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Old September 20, 1999, 09:29 PM   #1
Al Thompson
Staff Alumnus
Join Date: May 2, 1999
Location: South Carolina
Posts: 3,611
Hi all,

I've noticed a fairly common concern with recoil on some of the rifle threads (here and there).

The biggest impediment to getting a hard hitting rifle seems to be the hard hitting on the butt end. Just thought I would talk a bit about things I have seen and done to cut the learning curve down a bit.

The first thing I see folks do is to get all set at a bench wearing a T-shirt and touch one off. I would recommend that the first few shots come from the standing position - after all, you need a couple of fouling shots to start breaking the bore in right? Take these first few shots standing - much eaiser on the shoulder.

The actual zeroing of the rifle is best done in the clothes you'll wear while hunting. I usually have a thick fleece jacket on in the stand. The thickness can be a problem with eye relief, so it makes sense (to me) to wear it or a reasonable substitue while getting the scope, ammo and rifle in sync. Here in SC, wearing a jacket in the summer can lead to heat stroke, so I usually use a towel between my shoulder and the rifle. (also helps to wipe the sweat out of your eyes)

The other tactic is to either get a recoil pad on your stock or invest in a stock with one on. I have HS Precision on my deer rifle and I've a Bell and Carlson on my .375. The B&C has the biggest "footprint" of any after market synthetic stock out there (I think). Really cuts down on the reverse punch. MPI is offering a synthetic version of Art Alphins "Rekoil-Chek" stock and it looks like a winner.

The reloading technique of starting with a light load is very useful, but only to those that reload.

I also find that a scope with improper eye relief can accentuate kick. I like the longest eye relief possible. The rear eye peice of the scope should be over the cocking indicator of the rifle. Any furthur back seems to lead to trouble.

Anyone who has any other tips - please share!


"Hear the voices in my head, swear to God it sounds like
they're snoring." -Harvey Danger, "Flagpole Sitta"

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Old September 21, 1999, 07:25 AM   #2
Long Path
Senior Member
Join Date: May 31, 1999
Location: N. Texas
Posts: 5,896

You're exactly right on the scope placement! In fact, I now have the rule of thumb that you should have to almost squirm your head out like a turtle to get the full view in the scope. Reason is, when you're down in a solid rest, you've got the time, and when you're standing and shooting offhand, your face tends to ride a bit closer to the scope, anyway. I, for one, seem to have a natural scope-creep, anyhow, and I like to set the rear of the scope such that I pretty much can't creep up and smack myself. This creates confidence, so that I can concentrate on other things, like the shot.

Other suggestions:

For summer use, the Past (tm) recoil shield is awesome. Wearable by shooter.

Ideally, I like to shoot some in a like-firearm of a lesser caliber first. .22 or .257 Rbts before '06, .308 before .300 Win Mag, etc. The results improve remarkably. But for REAL improvement with this technique, try it with .22/.38/.44 mag! Just about as good is to shoot some Specials in your Mag, first.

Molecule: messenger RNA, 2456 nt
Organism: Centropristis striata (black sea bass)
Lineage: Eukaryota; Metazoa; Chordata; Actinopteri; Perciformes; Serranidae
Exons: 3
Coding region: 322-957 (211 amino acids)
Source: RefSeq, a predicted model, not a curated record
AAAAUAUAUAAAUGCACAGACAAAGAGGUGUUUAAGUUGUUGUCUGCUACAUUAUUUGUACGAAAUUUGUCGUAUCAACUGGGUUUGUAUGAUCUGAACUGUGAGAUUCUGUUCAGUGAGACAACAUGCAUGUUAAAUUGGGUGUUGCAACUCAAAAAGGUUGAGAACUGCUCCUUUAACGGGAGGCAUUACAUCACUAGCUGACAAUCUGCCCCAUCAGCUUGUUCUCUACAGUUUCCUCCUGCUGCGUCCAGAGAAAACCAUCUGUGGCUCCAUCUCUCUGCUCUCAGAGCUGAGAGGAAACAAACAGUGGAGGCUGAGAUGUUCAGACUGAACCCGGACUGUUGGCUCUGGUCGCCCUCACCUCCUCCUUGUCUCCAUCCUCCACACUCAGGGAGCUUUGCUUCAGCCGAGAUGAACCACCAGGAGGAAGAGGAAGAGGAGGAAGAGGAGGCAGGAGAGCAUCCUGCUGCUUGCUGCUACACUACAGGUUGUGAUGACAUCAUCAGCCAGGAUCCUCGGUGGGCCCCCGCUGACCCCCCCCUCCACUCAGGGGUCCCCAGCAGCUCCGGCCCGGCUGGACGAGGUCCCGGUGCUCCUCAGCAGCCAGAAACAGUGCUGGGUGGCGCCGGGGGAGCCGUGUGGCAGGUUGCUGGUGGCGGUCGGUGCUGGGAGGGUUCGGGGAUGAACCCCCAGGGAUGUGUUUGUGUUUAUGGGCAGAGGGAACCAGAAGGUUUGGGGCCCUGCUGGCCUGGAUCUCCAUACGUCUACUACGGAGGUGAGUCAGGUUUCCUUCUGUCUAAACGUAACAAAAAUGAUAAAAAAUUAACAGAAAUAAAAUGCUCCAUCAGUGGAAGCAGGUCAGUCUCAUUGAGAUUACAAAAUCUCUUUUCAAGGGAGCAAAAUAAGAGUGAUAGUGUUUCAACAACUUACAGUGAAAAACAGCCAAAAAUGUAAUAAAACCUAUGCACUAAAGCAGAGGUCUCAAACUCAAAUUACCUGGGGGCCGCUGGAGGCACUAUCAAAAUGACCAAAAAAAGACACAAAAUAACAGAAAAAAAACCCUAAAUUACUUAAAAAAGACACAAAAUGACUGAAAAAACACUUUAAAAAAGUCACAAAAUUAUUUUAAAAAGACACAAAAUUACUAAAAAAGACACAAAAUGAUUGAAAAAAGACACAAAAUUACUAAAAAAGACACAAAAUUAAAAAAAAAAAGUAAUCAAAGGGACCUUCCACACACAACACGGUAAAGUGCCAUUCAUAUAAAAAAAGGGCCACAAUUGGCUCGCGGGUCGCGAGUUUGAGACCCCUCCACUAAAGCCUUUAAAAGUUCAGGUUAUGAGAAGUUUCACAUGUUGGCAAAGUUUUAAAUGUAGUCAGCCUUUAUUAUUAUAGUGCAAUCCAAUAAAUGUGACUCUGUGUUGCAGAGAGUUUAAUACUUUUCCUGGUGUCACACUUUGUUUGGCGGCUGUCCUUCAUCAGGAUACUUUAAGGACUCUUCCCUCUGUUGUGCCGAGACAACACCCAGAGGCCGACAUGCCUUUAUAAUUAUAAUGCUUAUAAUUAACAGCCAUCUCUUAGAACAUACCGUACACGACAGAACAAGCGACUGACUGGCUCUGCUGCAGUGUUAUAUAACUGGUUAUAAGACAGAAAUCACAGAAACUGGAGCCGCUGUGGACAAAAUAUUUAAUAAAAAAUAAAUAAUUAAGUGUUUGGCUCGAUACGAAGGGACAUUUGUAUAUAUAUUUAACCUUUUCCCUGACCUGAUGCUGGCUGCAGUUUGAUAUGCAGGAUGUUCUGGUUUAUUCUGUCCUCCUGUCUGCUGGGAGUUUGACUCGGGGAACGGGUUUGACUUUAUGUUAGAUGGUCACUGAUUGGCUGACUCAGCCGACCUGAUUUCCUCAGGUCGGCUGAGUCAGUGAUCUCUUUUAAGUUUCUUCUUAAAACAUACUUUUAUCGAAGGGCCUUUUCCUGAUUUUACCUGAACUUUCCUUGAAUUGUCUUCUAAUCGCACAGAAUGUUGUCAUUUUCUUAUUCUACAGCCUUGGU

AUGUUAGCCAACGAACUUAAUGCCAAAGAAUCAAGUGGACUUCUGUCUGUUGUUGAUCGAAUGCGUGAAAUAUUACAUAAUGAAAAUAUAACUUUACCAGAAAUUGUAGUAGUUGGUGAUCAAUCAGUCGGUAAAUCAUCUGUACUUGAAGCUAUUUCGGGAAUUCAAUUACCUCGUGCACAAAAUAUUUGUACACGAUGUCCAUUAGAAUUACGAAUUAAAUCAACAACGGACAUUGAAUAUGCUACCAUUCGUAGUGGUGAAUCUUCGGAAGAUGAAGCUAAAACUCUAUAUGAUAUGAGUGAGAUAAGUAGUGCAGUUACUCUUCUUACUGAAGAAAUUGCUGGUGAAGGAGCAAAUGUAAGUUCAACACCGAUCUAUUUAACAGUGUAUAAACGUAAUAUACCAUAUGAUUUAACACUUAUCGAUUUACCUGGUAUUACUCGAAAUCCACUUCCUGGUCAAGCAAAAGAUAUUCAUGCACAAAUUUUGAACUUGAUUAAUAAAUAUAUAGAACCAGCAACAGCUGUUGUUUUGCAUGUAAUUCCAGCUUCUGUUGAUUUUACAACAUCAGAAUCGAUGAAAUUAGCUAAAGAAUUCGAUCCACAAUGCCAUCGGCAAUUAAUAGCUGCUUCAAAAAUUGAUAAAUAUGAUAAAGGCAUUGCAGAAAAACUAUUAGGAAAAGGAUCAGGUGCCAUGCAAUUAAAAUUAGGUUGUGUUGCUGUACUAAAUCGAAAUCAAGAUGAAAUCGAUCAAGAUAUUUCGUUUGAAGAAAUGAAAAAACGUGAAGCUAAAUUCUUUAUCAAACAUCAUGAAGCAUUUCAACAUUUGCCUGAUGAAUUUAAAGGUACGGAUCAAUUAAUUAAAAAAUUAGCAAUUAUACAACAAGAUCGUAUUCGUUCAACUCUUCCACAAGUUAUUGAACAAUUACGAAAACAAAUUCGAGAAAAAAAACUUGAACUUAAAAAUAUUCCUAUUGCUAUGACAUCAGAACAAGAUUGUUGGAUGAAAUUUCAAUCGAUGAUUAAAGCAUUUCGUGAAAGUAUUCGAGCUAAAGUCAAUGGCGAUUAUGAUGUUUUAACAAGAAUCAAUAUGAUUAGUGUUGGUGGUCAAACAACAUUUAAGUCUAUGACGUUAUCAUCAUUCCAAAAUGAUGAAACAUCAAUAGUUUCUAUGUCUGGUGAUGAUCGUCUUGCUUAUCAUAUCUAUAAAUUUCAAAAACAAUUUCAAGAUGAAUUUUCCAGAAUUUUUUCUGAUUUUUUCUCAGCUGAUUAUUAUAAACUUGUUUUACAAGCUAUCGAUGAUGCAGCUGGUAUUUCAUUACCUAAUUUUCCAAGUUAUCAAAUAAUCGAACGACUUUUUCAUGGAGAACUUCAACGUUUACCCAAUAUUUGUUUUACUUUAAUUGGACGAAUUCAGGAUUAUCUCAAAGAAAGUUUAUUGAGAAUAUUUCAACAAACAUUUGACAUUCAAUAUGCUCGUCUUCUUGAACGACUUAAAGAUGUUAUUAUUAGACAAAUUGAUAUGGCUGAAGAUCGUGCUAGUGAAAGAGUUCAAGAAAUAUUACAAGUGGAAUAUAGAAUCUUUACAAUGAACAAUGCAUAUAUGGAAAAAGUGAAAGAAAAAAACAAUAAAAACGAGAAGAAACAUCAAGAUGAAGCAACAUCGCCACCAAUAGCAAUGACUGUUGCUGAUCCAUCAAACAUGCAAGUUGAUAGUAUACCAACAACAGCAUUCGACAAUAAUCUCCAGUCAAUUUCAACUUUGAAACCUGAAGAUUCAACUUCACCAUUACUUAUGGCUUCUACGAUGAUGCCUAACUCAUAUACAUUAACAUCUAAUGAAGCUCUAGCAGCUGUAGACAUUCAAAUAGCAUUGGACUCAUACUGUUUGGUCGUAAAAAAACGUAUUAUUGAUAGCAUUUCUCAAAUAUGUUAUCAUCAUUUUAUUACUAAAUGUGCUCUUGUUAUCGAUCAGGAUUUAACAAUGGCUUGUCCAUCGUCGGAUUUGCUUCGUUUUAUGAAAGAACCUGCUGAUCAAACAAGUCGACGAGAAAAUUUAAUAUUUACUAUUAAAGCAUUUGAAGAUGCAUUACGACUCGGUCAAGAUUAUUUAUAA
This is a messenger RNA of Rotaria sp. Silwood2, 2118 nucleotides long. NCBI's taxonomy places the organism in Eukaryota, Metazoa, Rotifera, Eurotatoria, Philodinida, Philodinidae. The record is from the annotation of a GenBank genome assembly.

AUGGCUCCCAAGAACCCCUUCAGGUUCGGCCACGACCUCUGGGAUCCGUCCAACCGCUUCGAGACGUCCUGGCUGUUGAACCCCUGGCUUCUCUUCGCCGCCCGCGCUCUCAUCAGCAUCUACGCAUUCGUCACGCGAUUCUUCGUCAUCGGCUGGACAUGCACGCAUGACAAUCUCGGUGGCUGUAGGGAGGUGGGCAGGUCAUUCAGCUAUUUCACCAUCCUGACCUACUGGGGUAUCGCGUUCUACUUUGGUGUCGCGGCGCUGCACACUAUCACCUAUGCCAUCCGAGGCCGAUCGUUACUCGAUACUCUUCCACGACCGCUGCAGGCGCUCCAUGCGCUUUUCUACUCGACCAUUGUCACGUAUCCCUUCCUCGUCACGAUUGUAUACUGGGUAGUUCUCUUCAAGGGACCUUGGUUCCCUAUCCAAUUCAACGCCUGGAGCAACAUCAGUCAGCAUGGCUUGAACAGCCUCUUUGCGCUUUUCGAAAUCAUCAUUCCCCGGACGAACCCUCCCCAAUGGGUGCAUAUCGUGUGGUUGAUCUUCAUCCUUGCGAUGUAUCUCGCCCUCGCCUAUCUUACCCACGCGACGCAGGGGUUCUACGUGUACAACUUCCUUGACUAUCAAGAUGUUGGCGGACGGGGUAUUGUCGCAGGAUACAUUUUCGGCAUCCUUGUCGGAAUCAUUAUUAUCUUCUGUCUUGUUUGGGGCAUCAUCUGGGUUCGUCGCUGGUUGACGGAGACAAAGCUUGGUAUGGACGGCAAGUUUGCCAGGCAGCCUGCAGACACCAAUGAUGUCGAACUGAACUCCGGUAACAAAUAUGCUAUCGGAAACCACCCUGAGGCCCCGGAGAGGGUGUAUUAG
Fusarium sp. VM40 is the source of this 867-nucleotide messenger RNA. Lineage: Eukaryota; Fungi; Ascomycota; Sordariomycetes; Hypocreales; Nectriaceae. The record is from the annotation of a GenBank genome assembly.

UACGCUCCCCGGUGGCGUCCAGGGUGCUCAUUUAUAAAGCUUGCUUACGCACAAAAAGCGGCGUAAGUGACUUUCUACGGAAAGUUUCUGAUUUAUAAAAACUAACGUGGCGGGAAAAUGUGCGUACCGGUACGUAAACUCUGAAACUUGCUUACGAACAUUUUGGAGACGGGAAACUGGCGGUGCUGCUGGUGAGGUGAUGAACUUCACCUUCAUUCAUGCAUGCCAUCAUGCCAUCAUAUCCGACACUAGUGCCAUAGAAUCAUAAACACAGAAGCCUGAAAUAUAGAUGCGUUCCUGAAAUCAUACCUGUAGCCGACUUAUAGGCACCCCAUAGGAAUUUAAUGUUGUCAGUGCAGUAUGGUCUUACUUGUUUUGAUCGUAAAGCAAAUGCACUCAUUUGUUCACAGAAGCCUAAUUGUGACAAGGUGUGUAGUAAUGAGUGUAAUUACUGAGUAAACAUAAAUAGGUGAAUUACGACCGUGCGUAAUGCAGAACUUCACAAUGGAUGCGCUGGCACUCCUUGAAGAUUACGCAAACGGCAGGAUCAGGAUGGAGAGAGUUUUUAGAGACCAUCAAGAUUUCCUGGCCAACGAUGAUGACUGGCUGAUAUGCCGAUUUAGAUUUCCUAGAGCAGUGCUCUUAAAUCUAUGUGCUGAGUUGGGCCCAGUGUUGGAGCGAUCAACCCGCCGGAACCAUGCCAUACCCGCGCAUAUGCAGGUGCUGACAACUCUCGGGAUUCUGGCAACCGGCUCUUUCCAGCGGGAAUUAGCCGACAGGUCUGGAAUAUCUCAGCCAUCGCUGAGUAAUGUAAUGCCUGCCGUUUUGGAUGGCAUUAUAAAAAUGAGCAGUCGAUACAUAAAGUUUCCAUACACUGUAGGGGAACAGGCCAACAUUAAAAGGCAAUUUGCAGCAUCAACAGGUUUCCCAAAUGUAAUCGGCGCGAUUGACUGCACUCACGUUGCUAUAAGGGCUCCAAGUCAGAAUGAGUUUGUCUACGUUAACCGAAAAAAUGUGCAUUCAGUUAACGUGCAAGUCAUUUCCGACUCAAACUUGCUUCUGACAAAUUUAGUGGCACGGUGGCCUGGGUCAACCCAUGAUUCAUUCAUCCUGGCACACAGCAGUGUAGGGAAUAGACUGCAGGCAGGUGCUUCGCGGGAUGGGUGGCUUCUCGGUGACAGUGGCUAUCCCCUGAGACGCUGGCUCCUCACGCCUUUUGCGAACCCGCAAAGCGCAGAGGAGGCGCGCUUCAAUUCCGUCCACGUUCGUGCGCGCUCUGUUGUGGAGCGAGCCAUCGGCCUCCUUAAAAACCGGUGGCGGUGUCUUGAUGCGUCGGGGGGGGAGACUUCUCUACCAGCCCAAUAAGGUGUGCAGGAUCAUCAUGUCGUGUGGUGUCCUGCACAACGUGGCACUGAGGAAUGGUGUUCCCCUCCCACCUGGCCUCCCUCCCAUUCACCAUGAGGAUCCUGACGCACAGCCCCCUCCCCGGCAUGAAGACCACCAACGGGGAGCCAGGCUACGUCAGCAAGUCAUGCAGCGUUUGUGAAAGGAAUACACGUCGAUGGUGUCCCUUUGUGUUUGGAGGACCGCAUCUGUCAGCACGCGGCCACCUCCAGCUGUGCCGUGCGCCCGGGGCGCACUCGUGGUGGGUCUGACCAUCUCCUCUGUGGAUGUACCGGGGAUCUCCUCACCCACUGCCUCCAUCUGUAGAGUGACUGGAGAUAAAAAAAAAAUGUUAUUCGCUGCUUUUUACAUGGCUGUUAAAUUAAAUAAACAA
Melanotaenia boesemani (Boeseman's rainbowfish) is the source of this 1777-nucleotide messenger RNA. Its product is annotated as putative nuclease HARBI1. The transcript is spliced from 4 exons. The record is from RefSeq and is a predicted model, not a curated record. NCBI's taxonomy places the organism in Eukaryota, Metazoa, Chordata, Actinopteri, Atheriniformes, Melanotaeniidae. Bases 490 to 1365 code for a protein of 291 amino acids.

Although there's still blast, the lighter pills will have less recoil in a given caliber, for practice purposes. One can certainly get the feel of his '06 with 130gr. loads at 3300, and then settle down to real work with his '06 in 150's, 165's or 180's.

To well-alleviate the blast, wear good facial protection, and good ear protection.

Shoot at reactive targets, or at least ones that are fun. This alleviates the strain and tension of simple target punching.

Shoot more. No, a little more than that.

Remember: it makes big noise, it moves around a bit, but it can't hurt you.

Have fun.

Will you, too, be one who stands in the gap?


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Old September 21, 1999, 01:01 PM   #3
Staff Alumnus
Join Date: July 28, 1999
Location: Denver
Posts: 2,454
Once you are zeroed at the range with your past recoil shield etc... go into the field and shoot your rifle some. You will find that when you draw down on a deer and touch it off you will hear the shot... see the aninmal drop etc.BUt you WON'T feel the gun kick.. at all.

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Old September 21, 1999, 05:40 PM   #4
The Mohican Sneak
Join Date: June 7, 1999
Location: Soperton, GA
Posts: 76
But what about "men" like me that just love recoil? I mean, after touching off a hot loaded .338, I like to stand up, rub my shoulder, do a "tool man" grunt--then go back for round 2!

In all seriousness. I'm a big guy, so recoil doesn't bother me that much, but it does bother me. After praticing with the 7mm Rem. Mag. my shoulder is begging for mercy and so am I, after about 20 rounds. I think once a person feels his/her shoulder getting tender, it's time to stop for the day.

If every shot is going to send a streak of pain across the chest, it's end result will be a flinch--which affects accuracy, which affects confidence, which affects pleasure in shooting, and so on. It's the snowball effect...

You guys have made some good points. About the only other thing I can add is; don't be in a hurry to shoot. Take your time, breathe right, squeeze the trigger, then take a break.

In my opinion it's best to take 10 good shots an hour, than 20 bad ones.

"but if you're bored then you're boring"...Harvey Danger

[This message has been edited by The Mohican Sneak (edited September 21, 1999).]
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